You can't go anywhere right now without hearing about the current COVID-19 pandemic, caused by the novel coronavirus. Really, you can't go anywhere. At all. Now that the governor has issued a stay at home order through June 10, we wanted to help you with some ideas to cope. Obviously, you should pay attention to and heed advice from the CDC about guarding your physical health. Their advice for older adults includes everything you've heard before about social distancing. This is not that kind of post. We want to help you feel less isolated and guard your mental health during this time.
Mental Health for Seniors During COVID-19
As an older American, you've probably already been social distancing for a while to safeguard your health. Unfortunately, cutting yourself off from loved ones and normal activities takes a toll on your mental health. You know it's for the best, but feelings of isolation can still get the best of you. Here are some ideas to help.
Part 1: Embrace Technology
Now is not the time to resist emerging technology. Social media platforms, such as Facebook and Instagram, help you feel more connected with the ability to view pictures and see what loved ones have going on. Other products include Facetime and cell phone conferencing help keep you connected.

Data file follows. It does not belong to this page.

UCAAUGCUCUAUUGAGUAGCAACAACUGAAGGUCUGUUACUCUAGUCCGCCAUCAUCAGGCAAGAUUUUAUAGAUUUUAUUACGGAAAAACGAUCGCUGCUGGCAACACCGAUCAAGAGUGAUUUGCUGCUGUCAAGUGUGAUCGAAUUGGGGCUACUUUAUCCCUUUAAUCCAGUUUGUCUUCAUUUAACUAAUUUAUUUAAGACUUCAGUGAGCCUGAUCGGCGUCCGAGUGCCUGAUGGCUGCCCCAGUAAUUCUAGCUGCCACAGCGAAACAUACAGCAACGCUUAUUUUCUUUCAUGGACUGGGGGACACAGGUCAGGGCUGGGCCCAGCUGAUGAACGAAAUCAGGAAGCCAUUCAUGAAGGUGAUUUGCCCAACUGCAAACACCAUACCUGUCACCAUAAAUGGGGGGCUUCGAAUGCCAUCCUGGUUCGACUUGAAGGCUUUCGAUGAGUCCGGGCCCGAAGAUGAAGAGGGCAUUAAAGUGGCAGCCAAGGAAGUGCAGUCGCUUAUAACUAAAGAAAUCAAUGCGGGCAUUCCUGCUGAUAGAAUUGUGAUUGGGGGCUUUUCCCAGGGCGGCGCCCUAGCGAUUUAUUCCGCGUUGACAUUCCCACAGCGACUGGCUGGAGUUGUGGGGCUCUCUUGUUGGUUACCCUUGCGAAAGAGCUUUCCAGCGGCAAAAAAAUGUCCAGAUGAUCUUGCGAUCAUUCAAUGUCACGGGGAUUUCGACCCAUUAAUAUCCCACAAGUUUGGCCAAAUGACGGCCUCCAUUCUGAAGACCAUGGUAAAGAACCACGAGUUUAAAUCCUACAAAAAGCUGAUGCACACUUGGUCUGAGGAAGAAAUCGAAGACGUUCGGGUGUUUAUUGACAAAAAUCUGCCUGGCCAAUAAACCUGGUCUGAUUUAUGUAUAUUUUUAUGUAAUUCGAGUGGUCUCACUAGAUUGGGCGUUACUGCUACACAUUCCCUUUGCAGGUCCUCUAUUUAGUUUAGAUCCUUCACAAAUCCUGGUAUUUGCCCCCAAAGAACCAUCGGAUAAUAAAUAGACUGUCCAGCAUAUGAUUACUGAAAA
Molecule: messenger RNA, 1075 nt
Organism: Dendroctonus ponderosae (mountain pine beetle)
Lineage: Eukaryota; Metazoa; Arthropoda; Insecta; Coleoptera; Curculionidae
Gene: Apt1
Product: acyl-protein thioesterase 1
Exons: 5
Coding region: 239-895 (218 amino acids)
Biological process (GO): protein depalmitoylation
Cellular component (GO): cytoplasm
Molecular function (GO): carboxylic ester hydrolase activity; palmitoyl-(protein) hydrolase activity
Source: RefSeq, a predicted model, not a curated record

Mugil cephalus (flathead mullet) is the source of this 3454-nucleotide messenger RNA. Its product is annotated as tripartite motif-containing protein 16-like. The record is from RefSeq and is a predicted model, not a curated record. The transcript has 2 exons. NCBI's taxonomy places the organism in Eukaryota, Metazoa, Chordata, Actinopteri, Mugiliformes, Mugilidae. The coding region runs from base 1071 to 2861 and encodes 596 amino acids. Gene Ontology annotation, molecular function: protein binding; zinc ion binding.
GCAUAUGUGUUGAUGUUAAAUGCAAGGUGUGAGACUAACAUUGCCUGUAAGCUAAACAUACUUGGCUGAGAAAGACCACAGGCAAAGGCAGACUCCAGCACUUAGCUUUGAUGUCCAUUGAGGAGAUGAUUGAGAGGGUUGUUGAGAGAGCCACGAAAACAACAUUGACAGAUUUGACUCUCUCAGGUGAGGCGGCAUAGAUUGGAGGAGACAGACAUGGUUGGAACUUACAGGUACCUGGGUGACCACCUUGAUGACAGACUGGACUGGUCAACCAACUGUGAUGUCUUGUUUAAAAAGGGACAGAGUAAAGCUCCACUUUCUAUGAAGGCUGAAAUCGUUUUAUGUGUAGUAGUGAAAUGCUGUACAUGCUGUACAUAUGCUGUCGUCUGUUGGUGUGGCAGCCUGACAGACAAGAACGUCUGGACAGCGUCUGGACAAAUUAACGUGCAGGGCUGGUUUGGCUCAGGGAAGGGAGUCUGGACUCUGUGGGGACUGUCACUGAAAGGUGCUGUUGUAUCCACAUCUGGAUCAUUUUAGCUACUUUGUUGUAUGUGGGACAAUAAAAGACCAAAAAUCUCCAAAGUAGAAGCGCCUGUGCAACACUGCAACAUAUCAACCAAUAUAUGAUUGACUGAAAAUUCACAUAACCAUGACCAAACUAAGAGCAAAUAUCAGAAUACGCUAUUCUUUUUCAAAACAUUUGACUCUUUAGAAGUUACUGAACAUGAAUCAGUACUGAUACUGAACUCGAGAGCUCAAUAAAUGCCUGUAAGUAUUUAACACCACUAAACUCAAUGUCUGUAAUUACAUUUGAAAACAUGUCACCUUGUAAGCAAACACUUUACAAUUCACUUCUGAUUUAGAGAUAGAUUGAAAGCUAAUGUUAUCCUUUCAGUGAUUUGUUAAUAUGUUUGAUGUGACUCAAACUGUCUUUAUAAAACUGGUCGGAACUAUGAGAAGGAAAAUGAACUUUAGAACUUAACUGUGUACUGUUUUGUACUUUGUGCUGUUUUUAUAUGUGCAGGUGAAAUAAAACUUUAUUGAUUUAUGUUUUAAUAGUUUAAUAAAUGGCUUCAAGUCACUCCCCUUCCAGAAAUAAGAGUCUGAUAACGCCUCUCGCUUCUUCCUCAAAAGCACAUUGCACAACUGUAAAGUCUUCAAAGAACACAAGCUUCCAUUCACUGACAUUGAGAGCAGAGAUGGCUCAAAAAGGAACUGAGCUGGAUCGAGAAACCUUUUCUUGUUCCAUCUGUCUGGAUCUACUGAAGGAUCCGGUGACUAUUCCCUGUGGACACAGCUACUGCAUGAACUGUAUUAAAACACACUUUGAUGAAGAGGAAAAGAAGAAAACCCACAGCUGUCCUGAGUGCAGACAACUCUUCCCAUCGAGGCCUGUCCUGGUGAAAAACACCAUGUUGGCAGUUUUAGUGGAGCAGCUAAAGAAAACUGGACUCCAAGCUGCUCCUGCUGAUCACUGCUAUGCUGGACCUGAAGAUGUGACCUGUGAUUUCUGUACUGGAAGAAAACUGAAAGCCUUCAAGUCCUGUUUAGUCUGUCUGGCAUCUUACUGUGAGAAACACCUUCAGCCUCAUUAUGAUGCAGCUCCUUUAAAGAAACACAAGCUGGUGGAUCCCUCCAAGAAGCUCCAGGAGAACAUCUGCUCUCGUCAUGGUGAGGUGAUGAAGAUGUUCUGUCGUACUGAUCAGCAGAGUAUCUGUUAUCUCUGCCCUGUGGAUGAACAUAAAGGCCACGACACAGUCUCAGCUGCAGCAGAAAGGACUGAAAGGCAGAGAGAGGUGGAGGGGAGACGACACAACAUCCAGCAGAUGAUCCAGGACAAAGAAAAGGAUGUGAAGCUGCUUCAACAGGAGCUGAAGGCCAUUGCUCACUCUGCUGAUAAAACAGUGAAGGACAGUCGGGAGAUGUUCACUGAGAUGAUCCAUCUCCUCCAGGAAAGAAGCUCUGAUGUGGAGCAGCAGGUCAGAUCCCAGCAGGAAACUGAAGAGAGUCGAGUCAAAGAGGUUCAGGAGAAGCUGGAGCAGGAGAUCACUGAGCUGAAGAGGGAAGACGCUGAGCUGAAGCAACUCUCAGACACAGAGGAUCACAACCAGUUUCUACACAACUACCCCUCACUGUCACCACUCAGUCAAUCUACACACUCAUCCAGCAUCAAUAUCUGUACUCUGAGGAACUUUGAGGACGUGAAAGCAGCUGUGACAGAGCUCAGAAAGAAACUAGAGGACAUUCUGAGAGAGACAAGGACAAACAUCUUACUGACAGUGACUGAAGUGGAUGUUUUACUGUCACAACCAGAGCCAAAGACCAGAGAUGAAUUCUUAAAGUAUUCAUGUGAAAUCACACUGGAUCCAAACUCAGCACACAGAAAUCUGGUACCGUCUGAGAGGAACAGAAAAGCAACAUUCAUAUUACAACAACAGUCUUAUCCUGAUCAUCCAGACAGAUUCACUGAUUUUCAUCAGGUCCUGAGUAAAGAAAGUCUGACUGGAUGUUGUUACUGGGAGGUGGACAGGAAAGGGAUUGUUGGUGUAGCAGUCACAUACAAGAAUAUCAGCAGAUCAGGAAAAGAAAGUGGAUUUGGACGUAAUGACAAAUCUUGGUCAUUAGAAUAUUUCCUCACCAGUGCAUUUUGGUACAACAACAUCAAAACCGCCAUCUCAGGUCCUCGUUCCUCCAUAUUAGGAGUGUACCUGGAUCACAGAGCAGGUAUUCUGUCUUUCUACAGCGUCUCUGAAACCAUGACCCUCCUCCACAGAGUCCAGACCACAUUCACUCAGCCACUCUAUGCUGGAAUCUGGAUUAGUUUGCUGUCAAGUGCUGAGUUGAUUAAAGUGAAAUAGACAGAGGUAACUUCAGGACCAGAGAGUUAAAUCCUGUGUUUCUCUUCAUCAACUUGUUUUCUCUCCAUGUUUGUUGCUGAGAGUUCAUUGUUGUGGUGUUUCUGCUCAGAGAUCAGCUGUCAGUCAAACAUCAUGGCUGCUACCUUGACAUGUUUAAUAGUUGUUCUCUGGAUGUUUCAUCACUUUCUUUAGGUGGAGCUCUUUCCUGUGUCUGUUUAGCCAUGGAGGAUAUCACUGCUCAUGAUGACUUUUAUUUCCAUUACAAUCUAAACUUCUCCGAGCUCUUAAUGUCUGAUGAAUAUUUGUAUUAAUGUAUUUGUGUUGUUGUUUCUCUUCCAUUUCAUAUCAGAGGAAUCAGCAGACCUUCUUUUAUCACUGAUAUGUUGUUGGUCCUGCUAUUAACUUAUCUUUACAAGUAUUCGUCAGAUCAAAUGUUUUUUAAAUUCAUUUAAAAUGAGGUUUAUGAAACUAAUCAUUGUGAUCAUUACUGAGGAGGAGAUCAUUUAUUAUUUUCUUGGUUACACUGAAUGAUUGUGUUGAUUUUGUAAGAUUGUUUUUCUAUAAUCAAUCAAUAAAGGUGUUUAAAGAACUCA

Many have started using platforms like Zoom to video conference with family and loved ones. You can find all kinds of tutorials for using this free software, even some specifically designed for seniors. You don't have to have an account to chat with someone who invites you, but you can easily create a free account and host meetings yourself. The app Caribu offers another option to talk to children, particularly those who are younger. In many cases, seniors and small children find it difficult to have something to talk about. With this app, both users can color a picture or play a game while they talk about what they are doing.
Since schools are out all over the country, this also presents a great opportunity to help your grandchildren review concepts. You can read an age appropriate book together, if you have one. Other ideas include asking parents for sight words or math concepts the child needs to review. Then make some flashcards and have a little virtual learning time! Students (and parents) enjoy this because it puts a new face to the learning process and keeps them from getting bored doing the same activities with their parents. Look how much fun this grandmother is having reviewing words with different beginning sounds with her granddaughter!
Since we seem to be in this for the long haul, stay tuned here and on our Facebook page for more on how seniors can cope during this unexpected time.